Site Surveys – CompTIA Security+ SY0-401: 1.5

| August 3, 2014 | 0 Comments

Before installing a new wireless network, you’ll probably want to perform a site survey. In this video, you’ll learn why a site survey might be one of the most important parts of your wireless network installation.

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Implementing a wireless network isn’t something that you can simply click a button and have the best possible performance. You have to understand the wireless spectrum and what’s happening currently before you can implement a new wireless device into that environment. One of the things you can do is to do a site survey. You need to understand what the existing wireless landscape happens to be. You can use scanning tools on a device or some specialized spectrum analyzers that can really tell you exactly what’s going on with all of the radio signals in this particular area. It’s very common then to initially try to understand where all of the other access points might be. You might see these pop up in an SS ID list or you might use to specialize scanner, like this one, to be able to understand where the access points are.

You may not even be in control of every single one of those. You may be in an office environment where there’s different companies on different floors, so all of the wireless networks may not necessarily be something that you are able to change. That means that you’ll have to work with what’s currently in place and try to get your wireless network to have the best possible performance regardless of what happens to be a round you. This means that you’ll want to do as much research as possible. You’ll want to walk around with your wireless scanners or spectrum analyzers and really understand what all of the different radio signals are in that area. You may also want to take into consideration other devices that might cause interference like microwave ovens. This needs to be considered as well so that you can properly place the antennas for your access points. And since the only constant is change, you’ll want to periodically recheck all of the settings that you have. Perhaps show up again and do another site survey, and make sure that there wasn’t a new access point or another device that might be conflicting with the frequencies that you’d like to use for your wireless network.

One of the keys for us on a wireless network is to have our own frequencies in use. If there are other access points in the area, let’s make sure that they’re running on completely different frequencies that are not going to overlap with the ones that we would like to use. For an example, let’s look at the implementation of an 802.11b network, although the same idea applies to all of the different wireless types. And we have a floor plan here that shows us where all of the different devices are, and the different offices, the different conference rooms, and let’s overlay what a layout might look like of wireless access points. So in this particular case, I’ve overlaid where the signals might be for these Omni directional antennas. And you’ll notice what I’ve tried to do is put channels on to this that would not overlap or interfere with the channels that are directly next to us. And for this particular case, we’re using 802.11b and we know that channel one, channel six, and channel 11 are completely separate channels that do not overlap with each other. So we’ve chosen to use those three and notice that we’ve interlace them so that no channel one is ever going to conflict with another channel one. Channel six would not conflict with another channel six, and channel 11 would not conflict with another channel 11. You have other frequencies and other channel choices depending on the wireless type that you’ll be using, but you’ll want to use the same type of methodology, so that when you implement your wireless network, you’re not going to have any problems with interference with the signal.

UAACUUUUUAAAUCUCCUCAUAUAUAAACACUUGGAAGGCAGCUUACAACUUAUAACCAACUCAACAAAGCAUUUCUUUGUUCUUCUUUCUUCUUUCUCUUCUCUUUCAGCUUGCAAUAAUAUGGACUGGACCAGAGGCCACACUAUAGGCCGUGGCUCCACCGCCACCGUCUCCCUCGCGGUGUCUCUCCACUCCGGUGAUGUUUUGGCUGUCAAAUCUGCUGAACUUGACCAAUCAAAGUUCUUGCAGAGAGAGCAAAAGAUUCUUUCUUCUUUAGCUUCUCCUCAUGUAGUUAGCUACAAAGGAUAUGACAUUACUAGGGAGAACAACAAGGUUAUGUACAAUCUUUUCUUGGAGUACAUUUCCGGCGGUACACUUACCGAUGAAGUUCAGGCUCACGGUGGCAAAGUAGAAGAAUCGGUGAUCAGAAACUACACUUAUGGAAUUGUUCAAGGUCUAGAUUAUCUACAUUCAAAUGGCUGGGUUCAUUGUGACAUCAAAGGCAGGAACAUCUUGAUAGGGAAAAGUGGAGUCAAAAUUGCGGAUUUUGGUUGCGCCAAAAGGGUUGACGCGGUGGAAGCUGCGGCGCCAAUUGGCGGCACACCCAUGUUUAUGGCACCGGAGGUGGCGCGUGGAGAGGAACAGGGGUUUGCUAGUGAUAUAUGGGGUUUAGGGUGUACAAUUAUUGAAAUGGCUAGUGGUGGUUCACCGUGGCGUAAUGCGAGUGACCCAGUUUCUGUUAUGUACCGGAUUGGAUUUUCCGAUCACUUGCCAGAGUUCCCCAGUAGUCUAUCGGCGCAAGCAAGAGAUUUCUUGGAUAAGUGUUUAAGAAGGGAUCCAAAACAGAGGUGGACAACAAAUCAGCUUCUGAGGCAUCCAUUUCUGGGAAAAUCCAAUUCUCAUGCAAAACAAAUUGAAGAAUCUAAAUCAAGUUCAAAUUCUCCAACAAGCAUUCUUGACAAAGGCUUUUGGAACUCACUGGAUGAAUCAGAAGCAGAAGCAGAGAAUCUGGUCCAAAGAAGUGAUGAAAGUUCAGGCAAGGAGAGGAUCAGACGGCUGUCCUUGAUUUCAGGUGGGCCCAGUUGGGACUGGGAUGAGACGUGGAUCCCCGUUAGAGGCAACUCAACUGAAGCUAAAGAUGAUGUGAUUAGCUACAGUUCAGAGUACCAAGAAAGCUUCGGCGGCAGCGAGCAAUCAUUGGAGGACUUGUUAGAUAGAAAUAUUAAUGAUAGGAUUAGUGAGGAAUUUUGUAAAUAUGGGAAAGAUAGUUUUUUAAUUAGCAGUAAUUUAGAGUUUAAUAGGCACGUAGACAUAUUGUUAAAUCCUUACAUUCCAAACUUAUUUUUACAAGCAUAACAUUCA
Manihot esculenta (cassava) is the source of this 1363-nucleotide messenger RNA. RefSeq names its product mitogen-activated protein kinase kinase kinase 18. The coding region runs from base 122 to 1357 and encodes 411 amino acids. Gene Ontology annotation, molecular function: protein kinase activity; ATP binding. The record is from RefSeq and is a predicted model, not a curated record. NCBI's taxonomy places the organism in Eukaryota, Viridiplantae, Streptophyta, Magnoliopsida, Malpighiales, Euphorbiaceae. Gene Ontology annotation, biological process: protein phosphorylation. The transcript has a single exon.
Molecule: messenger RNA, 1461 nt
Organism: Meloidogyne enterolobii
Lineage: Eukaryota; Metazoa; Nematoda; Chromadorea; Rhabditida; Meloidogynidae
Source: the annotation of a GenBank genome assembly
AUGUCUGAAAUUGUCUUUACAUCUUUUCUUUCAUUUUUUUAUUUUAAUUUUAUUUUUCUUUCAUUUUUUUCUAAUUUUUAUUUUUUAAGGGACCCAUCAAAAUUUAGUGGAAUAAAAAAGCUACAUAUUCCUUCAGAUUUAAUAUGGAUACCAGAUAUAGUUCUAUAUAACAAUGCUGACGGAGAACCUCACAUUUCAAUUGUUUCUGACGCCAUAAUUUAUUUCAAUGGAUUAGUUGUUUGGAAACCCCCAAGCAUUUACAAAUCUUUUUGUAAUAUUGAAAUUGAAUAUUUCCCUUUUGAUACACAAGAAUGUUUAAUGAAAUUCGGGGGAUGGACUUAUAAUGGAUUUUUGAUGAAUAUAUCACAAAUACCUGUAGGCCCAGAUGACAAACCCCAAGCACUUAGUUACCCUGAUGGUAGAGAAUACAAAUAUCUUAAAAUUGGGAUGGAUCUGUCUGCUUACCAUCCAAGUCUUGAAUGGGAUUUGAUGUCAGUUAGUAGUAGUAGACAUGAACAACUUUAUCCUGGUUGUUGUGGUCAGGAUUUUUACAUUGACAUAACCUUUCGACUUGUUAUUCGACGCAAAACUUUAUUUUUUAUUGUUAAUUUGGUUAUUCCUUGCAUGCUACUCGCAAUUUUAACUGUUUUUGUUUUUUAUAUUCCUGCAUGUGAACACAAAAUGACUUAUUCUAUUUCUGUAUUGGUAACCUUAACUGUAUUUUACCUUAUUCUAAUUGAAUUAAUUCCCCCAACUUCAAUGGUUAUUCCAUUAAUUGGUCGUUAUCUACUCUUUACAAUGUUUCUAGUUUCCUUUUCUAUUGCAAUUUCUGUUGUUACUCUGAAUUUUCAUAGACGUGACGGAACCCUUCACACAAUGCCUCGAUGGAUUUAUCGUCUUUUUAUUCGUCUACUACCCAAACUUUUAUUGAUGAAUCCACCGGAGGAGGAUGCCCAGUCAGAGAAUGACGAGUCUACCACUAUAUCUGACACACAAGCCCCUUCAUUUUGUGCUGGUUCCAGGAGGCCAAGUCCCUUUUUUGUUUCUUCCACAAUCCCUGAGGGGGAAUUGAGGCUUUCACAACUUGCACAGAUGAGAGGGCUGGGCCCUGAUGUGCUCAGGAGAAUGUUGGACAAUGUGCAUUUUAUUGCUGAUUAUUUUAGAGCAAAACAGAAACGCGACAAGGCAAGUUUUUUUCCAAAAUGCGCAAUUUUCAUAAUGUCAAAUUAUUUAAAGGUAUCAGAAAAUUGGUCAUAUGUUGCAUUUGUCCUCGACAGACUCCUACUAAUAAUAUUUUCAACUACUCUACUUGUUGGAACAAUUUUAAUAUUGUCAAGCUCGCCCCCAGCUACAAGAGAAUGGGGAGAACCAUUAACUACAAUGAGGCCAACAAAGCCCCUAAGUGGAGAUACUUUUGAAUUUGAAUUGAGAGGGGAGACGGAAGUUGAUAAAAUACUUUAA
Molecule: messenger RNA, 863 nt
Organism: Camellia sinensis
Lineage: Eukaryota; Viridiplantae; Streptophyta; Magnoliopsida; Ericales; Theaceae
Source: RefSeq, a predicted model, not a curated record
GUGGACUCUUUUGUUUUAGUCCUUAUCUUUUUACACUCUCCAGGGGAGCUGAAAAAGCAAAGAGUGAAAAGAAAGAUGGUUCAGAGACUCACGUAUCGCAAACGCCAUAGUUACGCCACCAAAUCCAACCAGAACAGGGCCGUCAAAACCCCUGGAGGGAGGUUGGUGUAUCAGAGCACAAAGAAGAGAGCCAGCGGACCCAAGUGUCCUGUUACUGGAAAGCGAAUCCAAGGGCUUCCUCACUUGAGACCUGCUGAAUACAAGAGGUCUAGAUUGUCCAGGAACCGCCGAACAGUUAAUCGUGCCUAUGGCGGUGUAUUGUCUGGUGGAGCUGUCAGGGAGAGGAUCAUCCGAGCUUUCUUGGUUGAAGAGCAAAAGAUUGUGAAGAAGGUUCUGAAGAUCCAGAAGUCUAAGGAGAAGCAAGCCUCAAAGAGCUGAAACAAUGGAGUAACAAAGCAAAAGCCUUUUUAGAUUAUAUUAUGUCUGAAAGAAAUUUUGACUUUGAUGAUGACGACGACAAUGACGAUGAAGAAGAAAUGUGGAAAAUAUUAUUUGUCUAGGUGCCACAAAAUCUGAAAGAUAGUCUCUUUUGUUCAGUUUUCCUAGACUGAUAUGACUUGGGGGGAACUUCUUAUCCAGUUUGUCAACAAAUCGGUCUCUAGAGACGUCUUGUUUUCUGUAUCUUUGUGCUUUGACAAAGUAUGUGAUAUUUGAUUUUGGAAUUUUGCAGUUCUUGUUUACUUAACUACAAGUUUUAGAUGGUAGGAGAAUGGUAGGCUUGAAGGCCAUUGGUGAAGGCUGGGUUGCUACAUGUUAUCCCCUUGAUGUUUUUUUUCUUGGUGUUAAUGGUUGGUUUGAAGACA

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Category: CompTIA Security+ SY0-401